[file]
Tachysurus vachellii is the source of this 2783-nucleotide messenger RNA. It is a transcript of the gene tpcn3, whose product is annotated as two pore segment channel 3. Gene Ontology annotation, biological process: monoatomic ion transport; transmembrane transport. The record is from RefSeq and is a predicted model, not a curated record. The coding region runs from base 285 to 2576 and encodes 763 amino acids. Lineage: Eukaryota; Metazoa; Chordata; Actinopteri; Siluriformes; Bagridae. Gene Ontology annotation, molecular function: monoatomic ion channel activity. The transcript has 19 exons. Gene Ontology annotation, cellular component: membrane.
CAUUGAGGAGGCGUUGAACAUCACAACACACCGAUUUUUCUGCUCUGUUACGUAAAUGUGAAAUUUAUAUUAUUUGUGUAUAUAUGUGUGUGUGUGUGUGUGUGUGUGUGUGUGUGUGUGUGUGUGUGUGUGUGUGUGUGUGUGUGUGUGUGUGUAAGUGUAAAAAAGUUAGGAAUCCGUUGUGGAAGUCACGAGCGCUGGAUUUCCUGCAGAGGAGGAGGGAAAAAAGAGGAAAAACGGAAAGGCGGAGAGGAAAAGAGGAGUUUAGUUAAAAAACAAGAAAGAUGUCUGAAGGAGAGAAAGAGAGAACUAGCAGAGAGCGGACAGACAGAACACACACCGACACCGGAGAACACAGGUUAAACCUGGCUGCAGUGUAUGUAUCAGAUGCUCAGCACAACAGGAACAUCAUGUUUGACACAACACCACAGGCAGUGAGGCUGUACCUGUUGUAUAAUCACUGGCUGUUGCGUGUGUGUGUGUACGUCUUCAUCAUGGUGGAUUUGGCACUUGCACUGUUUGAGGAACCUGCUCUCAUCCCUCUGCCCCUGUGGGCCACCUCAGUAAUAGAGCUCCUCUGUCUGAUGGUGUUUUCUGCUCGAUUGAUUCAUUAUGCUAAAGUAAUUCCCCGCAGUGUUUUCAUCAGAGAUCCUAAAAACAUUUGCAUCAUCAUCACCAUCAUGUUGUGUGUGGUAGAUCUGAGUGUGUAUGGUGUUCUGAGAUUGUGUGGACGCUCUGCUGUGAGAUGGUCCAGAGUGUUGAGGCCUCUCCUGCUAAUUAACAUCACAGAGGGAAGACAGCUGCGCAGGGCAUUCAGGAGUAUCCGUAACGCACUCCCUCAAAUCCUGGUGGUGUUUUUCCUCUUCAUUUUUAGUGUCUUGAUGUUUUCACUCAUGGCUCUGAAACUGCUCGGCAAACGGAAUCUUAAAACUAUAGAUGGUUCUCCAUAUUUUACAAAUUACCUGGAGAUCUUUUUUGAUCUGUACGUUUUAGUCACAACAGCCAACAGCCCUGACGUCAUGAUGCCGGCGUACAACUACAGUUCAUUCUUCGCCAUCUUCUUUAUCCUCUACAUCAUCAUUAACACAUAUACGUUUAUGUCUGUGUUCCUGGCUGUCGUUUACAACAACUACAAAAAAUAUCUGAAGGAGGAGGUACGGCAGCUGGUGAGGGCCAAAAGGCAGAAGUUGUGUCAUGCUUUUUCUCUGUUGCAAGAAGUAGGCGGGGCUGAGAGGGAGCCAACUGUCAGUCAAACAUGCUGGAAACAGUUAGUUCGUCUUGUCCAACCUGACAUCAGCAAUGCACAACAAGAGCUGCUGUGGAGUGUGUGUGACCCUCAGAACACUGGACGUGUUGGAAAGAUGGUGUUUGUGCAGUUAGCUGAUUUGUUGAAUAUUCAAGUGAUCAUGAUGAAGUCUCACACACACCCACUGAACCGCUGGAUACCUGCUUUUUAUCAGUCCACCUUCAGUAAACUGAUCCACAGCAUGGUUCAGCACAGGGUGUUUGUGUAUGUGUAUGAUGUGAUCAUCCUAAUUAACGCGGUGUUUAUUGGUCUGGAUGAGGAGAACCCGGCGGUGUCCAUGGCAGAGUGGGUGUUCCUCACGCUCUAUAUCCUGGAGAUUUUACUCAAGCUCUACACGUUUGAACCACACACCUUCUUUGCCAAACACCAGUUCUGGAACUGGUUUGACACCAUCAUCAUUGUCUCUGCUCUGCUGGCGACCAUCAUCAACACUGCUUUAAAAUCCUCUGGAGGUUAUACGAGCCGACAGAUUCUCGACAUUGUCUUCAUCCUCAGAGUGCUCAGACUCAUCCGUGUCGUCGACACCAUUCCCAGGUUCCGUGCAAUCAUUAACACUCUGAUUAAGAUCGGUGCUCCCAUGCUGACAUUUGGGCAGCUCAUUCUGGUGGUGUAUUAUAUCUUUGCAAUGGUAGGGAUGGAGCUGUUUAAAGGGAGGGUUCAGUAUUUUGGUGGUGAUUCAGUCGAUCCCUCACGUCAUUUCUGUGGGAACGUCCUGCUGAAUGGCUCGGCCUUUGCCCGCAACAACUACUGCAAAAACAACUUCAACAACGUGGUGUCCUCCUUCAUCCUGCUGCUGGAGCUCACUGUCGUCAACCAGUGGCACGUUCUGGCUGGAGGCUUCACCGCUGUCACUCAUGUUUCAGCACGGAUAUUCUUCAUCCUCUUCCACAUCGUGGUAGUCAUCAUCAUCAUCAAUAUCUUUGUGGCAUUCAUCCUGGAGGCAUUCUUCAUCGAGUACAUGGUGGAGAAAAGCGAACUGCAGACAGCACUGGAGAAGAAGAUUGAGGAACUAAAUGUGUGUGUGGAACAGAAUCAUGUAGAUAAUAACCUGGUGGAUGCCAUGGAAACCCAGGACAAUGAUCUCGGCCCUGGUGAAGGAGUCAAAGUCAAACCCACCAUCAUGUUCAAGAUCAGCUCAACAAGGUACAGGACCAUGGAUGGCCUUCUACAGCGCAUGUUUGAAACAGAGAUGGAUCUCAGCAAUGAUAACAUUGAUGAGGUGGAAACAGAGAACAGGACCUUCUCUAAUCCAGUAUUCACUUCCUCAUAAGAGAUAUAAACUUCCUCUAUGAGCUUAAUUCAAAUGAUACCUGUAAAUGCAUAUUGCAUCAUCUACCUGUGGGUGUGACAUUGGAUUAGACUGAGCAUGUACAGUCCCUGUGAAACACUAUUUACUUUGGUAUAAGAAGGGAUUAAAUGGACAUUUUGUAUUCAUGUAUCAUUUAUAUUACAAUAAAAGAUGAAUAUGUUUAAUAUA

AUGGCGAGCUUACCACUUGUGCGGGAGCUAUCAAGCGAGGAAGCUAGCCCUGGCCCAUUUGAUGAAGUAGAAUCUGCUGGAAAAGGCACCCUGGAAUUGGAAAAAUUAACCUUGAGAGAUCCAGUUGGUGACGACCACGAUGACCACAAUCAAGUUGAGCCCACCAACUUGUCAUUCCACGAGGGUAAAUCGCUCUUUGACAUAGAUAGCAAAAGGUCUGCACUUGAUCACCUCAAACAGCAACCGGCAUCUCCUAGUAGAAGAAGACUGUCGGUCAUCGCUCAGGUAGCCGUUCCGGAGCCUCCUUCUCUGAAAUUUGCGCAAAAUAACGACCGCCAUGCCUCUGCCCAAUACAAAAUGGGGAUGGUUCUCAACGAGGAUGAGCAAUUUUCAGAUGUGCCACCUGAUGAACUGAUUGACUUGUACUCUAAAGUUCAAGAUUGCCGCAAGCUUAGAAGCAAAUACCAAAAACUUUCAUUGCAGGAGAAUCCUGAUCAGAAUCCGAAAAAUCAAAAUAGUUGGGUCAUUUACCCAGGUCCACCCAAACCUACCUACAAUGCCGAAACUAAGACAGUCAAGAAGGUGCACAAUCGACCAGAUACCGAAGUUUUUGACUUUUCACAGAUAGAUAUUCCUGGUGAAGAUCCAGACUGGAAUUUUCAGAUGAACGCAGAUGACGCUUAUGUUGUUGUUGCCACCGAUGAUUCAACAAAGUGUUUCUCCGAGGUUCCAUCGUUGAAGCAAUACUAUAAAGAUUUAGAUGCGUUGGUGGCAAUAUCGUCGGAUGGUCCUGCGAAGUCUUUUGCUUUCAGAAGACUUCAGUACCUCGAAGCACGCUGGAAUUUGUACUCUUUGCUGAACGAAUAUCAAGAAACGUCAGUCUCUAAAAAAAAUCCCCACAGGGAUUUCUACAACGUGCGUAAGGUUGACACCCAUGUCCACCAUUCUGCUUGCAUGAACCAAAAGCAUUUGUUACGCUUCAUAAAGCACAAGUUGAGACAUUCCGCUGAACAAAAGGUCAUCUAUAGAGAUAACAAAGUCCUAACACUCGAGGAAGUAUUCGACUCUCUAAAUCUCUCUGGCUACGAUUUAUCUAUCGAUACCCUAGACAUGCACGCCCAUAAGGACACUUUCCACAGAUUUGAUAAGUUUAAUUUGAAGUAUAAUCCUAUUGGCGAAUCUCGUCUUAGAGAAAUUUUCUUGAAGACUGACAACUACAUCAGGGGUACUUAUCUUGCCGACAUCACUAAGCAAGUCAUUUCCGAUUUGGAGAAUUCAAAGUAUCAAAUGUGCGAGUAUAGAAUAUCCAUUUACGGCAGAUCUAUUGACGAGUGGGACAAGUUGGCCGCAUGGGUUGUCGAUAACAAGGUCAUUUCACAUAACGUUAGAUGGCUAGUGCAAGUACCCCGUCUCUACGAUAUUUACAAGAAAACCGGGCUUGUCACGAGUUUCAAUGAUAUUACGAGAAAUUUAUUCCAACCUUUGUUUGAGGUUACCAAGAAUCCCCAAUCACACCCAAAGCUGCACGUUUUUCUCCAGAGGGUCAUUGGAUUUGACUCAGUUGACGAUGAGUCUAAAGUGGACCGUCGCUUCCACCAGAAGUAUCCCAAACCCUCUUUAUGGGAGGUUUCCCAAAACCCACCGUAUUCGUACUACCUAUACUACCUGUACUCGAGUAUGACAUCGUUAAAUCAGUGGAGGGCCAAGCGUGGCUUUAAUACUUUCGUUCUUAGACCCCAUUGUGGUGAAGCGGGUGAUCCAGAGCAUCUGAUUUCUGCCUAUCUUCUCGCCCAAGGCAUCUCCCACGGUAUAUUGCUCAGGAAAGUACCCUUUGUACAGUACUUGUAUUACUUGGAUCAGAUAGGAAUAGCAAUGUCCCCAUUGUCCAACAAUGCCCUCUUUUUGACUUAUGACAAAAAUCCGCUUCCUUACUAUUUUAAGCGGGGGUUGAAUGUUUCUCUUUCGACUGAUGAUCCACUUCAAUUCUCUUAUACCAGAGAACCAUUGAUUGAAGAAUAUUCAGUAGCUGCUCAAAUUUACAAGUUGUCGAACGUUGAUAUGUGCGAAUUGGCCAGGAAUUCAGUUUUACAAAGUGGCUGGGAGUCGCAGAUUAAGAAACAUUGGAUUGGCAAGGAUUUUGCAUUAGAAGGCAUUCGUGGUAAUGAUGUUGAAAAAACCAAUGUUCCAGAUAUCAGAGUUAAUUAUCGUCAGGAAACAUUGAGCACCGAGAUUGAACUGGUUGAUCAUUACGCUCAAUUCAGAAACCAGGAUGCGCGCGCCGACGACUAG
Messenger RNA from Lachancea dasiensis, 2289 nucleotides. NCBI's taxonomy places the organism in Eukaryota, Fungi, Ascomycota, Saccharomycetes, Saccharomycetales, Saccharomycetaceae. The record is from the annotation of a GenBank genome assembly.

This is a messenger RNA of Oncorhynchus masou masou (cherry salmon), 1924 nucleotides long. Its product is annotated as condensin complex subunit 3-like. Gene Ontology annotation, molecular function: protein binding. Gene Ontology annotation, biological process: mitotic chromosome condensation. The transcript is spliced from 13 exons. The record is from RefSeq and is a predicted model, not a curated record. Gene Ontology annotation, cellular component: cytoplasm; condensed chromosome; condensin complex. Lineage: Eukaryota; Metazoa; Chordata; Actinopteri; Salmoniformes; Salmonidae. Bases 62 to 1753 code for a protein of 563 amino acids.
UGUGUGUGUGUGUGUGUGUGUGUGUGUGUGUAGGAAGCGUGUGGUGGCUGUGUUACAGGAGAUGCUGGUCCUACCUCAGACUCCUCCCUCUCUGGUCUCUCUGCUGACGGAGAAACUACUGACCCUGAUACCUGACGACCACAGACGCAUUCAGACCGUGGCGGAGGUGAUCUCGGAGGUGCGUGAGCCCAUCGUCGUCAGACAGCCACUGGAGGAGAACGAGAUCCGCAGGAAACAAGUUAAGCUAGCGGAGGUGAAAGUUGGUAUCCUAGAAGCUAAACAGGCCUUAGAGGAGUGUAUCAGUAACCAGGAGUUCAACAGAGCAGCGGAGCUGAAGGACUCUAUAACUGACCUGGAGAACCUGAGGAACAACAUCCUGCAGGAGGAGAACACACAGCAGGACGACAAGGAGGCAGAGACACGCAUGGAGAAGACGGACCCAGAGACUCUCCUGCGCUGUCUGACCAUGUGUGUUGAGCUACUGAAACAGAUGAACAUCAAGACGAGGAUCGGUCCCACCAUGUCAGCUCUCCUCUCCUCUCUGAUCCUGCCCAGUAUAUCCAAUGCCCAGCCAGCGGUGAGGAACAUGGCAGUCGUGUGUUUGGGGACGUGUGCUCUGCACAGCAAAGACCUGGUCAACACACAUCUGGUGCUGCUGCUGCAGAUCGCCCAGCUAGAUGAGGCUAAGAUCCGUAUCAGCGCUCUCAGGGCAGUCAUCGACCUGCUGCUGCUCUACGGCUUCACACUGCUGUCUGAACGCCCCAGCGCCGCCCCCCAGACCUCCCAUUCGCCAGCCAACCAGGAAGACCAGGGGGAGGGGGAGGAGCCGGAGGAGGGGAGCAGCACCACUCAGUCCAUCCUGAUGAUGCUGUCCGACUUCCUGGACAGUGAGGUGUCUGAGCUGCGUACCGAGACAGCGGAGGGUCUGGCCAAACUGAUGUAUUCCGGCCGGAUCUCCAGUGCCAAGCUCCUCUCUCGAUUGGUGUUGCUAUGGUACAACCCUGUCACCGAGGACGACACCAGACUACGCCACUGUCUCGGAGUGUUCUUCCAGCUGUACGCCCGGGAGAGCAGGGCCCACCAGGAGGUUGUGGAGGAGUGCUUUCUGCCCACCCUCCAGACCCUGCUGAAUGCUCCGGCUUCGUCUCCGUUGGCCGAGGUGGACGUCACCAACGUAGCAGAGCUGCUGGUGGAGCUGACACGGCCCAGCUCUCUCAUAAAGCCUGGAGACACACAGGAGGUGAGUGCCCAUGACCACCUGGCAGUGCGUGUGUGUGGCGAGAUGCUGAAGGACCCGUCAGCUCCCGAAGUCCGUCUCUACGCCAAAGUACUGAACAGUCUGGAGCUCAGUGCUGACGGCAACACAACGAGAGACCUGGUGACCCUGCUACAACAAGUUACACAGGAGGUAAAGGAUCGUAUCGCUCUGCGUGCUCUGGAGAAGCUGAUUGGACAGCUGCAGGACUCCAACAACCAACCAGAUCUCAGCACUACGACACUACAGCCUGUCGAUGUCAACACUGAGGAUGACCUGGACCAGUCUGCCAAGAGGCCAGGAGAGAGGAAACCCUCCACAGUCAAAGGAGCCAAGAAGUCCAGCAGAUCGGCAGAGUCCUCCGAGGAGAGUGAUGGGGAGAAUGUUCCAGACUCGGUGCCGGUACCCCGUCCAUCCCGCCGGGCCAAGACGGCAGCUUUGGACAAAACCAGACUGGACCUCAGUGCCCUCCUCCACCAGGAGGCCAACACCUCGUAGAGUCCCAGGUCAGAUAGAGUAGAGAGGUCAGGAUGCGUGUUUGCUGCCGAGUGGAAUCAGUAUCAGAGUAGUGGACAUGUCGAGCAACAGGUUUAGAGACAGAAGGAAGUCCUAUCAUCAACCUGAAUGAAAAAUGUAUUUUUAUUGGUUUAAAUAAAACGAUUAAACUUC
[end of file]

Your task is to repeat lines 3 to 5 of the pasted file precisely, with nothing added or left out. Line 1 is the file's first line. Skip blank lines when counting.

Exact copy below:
AUGGCGAGCUUACCACUUGUGCGGGAGCUAUCAAGCGAGGAAGCUAGCCCUGGCCCAUUUGAUGAAGUAGAAUCUGCUGGAAAAGGCACCCUGGAAUUGGAAAAAUUAACCUUGAGAGAUCCAGUUGGUGACGACCACGAUGACCACAAUCAAGUUGAGCCCACCAACUUGUCAUUCCACGAGGGUAAAUCGCUCUUUGACAUAGAUAGCAAAAGGUCUGCACUUGAUCACCUCAAACAGCAACCGGCAUCUCCUAGUAGAAGAAGACUGUCGGUCAUCGCUCAGGUAGCCGUUCCGGAGCCUCCUUCUCUGAAAUUUGCGCAAAAUAACGACCGCCAUGCCUCUGCCCAAUACAAAAUGGGGAUGGUUCUCAACGAGGAUGAGCAAUUUUCAGAUGUGCCACCUGAUGAACUGAUUGACUUGUACUCUAAAGUUCAAGAUUGCCGCAAGCUUAGAAGCAAAUACCAAAAACUUUCAUUGCAGGAGAAUCCUGAUCAGAAUCCGAAAAAUCAAAAUAGUUGGGUCAUUUACCCAGGUCCACCCAAACCUACCUACAAUGCCGAAACUAAGACAGUCAAGAAGGUGCACAAUCGACCAGAUACCGAAGUUUUUGACUUUUCACAGAUAGAUAUUCCUGGUGAAGAUCCAGACUGGAAUUUUCAGAUGAACGCAGAUGACGCUUAUGUUGUUGUUGCCACCGAUGAUUCAACAAAGUGUUUCUCCGAGGUUCCAUCGUUGAAGCAAUACUAUAAAGAUUUAGAUGCGUUGGUGGCAAUAUCGUCGGAUGGUCCUGCGAAGUCUUUUGCUUUCAGAAGACUUCAGUACCUCGAAGCACGCUGGAAUUUGUACUCUUUGCUGAACGAAUAUCAAGAAACGUCAGUCUCUAAAAAAAAUCCCCACAGGGAUUUCUACAACGUGCGUAAGGUUGACACCCAUGUCCACCAUUCUGCUUGCAUGAACCAAAAGCAUUUGUUACGCUUCAUAAAGCACAAGUUGAGACAUUCCGCUGAACAAAAGGUCAUCUAUAGAGAUAACAAAGUCCUAACACUCGAGGAAGUAUUCGACUCUCUAAAUCUCUCUGGCUACGAUUUAUCUAUCGAUACCCUAGACAUGCACGCCCAUAAGGACACUUUCCACAGAUUUGAUAAGUUUAAUUUGAAGUAUAAUCCUAUUGGCGAAUCUCGUCUUAGAGAAAUUUUCUUGAAGACUGACAACUACAUCAGGGGUACUUAUCUUGCCGACAUCACUAAGCAAGUCAUUUCCGAUUUGGAGAAUUCAAAGUAUCAAAUGUGCGAGUAUAGAAUAUCCAUUUACGGCAGAUCUAUUGACGAGUGGGACAAGUUGGCCGCAUGGGUUGUCGAUAACAAGGUCAUUUCACAUAACGUUAGAUGGCUAGUGCAAGUACCCCGUCUCUACGAUAUUUACAAGAAAACCGGGCUUGUCACGAGUUUCAAUGAUAUUACGAGAAAUUUAUUCCAACCUUUGUUUGAGGUUACCAAGAAUCCCCAAUCACACCCAAAGCUGCACGUUUUUCUCCAGAGGGUCAUUGGAUUUGACUCAGUUGACGAUGAGUCUAAAGUGGACCGUCGCUUCCACCAGAAGUAUCCCAAACCCUCUUUAUGGGAGGUUUCCCAAAACCCACCGUAUUCGUACUACCUAUACUACCUGUACUCGAGUAUGACAUCGUUAAAUCAGUGGAGGGCCAAGCGUGGCUUUAAUACUUUCGUUCUUAGACCCCAUUGUGGUGAAGCGGGUGAUCCAGAGCAUCUGAUUUCUGCCUAUCUUCUCGCCCAAGGCAUCUCCCACGGUAUAUUGCUCAGGAAAGUACCCUUUGUACAGUACUUGUAUUACUUGGAUCAGAUAGGAAUAGCAAUGUCCCCAUUGUCCAACAAUGCCCUCUUUUUGACUUAUGACAAAAAUCCGCUUCCUUACUAUUUUAAGCGGGGGUUGAAUGUUUCUCUUUCGACUGAUGAUCCACUUCAAUUCUCUUAUACCAGAGAACCAUUGAUUGAAGAAUAUUCAGUAGCUGCUCAAAUUUACAAGUUGUCGAACGUUGAUAUGUGCGAAUUGGCCAGGAAUUCAGUUUUACAAAGUGGCUGGGAGUCGCAGAUUAAGAAACAUUGGAUUGGCAAGGAUUUUGCAUUAGAAGGCAUUCGUGGUAAUGAUGUUGAAAAAACCAAUGUUCCAGAUAUCAGAGUUAAUUAUCGUCAGGAAACAUUGAGCACCGAGAUUGAACUGGUUGAUCAUUACGCUCAAUUCAGAAACCAGGAUGCGCGCGCCGACGACUAG
Messenger RNA from Lachancea dasiensis, 2289 nucleotides. NCBI's taxonomy places the organism in Eukaryota, Fungi, Ascomycota, Saccharomycetes, Saccharomycetales, Saccharomycetaceae. The record is from the annotation of a GenBank genome assembly.

This is a messenger RNA of Oncorhynchus masou masou (cherry salmon), 1924 nucleotides long. Its product is annotated as condensin complex subunit 3-like. Gene Ontology annotation, molecular function: protein binding. Gene Ontology annotation, biological process: mitotic chromosome condensation. The transcript is spliced from 13 exons. The record is from RefSeq and is a predicted model, not a curated record. Gene Ontology annotation, cellular component: cytoplasm; condensed chromosome; condensin complex. Lineage: Eukaryota; Metazoa; Chordata; Actinopteri; Salmoniformes; Salmonidae. Bases 62 to 1753 code for a protein of 563 amino acids.